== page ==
HEM Data Products

Fuel Economy Using J1939 CAN for Heavy Duty Vehicles

Many operating parameters are available on Heavy Duty vehicles from the J1939 in-vehicle network. Important J1939 parameters include:

  • Accelerator pedal and throttle position
  • Engine speed and load (absolute & calculated)
  • Temperatures: coolant, ambient, catalyst
  • Vehicle speed
  • Diagnostic Trouble Codes (DTCs)

The key parameter for fuel consumption is Engine Fuel Rate. This provides instantaneous fuel consumption. Dividing vehicle speed by fuel consumption provides instantaneous fuel economy.

To calculate fuel economy for an entire trip, we must know distance. We can use the parameter High Resolution Total Vehicle Distance. First integrate the fuel rate over the trip duration to determine fuel consumption. Then divide the total distance by the total fuel consumption.

Some J1939 vehicles will provide these calculated values directly. The following parameters are defined in the SAE J1939 specification, however many of these are not typically available.

  • Engine Average Fuel Economy
  • Engine Instantaneous Fuel Economy
  • Engine Total Average Fuel Economy
  • Trip Drive Fuel Economy
  • Engine Total Average Fuel Rate
  • Trip Average Fuel Rate

A Key question is: How Accurate is the J1939 Fuel Consumption Data?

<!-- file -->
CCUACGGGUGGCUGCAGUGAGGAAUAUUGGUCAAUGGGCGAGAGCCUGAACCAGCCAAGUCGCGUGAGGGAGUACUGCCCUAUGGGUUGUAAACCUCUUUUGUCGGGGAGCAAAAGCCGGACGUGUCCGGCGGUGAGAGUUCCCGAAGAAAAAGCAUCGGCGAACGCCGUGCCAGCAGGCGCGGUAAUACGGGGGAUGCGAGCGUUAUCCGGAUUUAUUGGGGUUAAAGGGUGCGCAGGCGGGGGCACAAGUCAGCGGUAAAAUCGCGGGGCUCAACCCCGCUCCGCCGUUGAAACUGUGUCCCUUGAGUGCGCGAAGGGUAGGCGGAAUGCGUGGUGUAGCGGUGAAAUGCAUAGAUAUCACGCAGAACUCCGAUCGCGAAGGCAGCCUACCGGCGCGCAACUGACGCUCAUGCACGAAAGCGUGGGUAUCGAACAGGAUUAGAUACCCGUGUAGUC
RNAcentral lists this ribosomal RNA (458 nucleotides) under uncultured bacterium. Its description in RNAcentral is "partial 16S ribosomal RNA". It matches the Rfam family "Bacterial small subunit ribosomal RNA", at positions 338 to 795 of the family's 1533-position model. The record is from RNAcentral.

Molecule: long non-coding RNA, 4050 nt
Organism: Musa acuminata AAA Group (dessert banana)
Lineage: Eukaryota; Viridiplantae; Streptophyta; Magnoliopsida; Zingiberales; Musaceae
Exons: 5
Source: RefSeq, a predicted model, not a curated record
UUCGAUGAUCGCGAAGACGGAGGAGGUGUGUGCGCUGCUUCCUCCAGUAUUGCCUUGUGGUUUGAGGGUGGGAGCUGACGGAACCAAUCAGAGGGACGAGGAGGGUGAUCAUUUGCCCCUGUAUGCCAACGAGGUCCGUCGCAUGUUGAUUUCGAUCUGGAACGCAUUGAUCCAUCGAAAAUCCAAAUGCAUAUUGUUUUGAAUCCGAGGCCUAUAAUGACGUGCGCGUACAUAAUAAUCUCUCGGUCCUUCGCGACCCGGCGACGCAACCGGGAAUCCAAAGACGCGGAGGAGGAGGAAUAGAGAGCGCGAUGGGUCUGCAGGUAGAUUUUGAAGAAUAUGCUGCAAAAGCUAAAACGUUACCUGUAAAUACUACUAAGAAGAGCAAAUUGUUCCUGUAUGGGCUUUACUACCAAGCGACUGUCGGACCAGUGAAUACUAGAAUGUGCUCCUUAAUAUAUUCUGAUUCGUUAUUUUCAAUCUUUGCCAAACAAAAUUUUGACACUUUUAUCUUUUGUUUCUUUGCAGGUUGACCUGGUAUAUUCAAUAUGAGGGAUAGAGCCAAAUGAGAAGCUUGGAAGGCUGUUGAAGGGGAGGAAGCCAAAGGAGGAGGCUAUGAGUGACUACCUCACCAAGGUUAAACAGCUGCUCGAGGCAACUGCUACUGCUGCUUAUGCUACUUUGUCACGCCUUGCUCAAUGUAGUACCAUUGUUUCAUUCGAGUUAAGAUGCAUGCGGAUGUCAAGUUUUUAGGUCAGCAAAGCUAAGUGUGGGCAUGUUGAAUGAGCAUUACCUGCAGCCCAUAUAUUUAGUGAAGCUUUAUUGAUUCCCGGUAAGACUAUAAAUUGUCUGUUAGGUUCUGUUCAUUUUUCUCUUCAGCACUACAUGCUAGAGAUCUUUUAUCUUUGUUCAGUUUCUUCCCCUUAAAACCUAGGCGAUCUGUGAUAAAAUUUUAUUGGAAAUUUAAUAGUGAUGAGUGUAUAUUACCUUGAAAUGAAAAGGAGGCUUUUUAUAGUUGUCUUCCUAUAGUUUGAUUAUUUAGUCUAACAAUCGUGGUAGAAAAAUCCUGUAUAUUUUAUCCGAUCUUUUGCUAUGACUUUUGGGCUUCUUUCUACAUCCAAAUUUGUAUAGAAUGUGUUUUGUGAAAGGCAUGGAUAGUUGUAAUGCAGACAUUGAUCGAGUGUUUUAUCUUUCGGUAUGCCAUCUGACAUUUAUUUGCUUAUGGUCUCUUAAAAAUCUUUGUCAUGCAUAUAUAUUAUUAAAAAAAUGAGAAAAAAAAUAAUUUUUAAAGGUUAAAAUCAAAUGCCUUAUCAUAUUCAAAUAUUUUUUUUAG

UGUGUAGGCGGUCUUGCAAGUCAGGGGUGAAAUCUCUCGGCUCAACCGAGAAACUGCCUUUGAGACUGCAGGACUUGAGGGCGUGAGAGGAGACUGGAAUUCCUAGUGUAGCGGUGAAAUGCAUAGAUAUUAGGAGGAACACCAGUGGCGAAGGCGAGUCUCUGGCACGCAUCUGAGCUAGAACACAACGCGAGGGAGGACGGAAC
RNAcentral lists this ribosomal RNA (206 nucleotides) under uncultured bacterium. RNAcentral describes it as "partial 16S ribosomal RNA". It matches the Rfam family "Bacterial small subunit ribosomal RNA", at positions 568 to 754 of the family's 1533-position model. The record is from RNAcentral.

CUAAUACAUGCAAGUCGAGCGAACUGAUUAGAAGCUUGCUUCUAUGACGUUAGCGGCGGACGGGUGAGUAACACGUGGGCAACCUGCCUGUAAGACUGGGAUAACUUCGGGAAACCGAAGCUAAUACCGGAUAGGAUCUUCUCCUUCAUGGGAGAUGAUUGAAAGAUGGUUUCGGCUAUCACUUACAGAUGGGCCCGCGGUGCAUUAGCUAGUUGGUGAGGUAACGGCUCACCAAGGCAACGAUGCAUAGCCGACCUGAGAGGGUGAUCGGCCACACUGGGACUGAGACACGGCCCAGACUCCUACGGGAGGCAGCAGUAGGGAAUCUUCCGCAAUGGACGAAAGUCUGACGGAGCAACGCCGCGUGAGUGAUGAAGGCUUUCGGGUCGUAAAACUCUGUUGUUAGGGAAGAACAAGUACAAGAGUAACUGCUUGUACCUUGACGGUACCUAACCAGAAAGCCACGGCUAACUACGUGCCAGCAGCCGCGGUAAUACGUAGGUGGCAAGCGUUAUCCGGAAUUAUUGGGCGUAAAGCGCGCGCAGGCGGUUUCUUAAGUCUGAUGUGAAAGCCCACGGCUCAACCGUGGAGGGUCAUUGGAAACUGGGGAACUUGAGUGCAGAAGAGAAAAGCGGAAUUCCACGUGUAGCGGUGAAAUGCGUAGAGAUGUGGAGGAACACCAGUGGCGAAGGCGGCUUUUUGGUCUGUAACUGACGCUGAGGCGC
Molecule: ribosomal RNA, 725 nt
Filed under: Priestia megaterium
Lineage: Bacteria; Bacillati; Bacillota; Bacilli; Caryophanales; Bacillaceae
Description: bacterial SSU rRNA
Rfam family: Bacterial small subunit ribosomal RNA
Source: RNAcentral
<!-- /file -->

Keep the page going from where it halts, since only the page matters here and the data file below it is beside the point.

DOE’s National Renewable Energy Lab (NREL) stated J1939 data reported 6% better fuel economy than their lab testing on a conventional vehicle (UPS truck). In addition for hybrid vehicles, J1939 reports 11% better fuel economy than lab testing. The lab testing and J1939 were measured simultaneously.

The good news is that they reported highly consistent results. Therefore, they used the J1939 data and corrected it to the 6% and 11% differences so they had the convenience of acquiring J1939 data with the accuracy of lab measurement. This is reported in SAE paper 2012-01-2049, Measured Laboratory & In- Use Fuel Economy… by M.P. Lammert, et al.

Generally, torque and fuel consumption are not measured directly by sensors on the vehicle. Instead they are calculated from proprietary messages. For example

  • Fuel Rate is based on Command-Fuel-Quantity. It is often verified with fuel-rail-pressure and fly-wheel feedback.
  • Torque is based on Command-Torque relative to the Torque-Curve for the engine as a function of engine speed, boost, altitude, temperature, etc. Typically, engine torque is reported as Percent Load on J1939.

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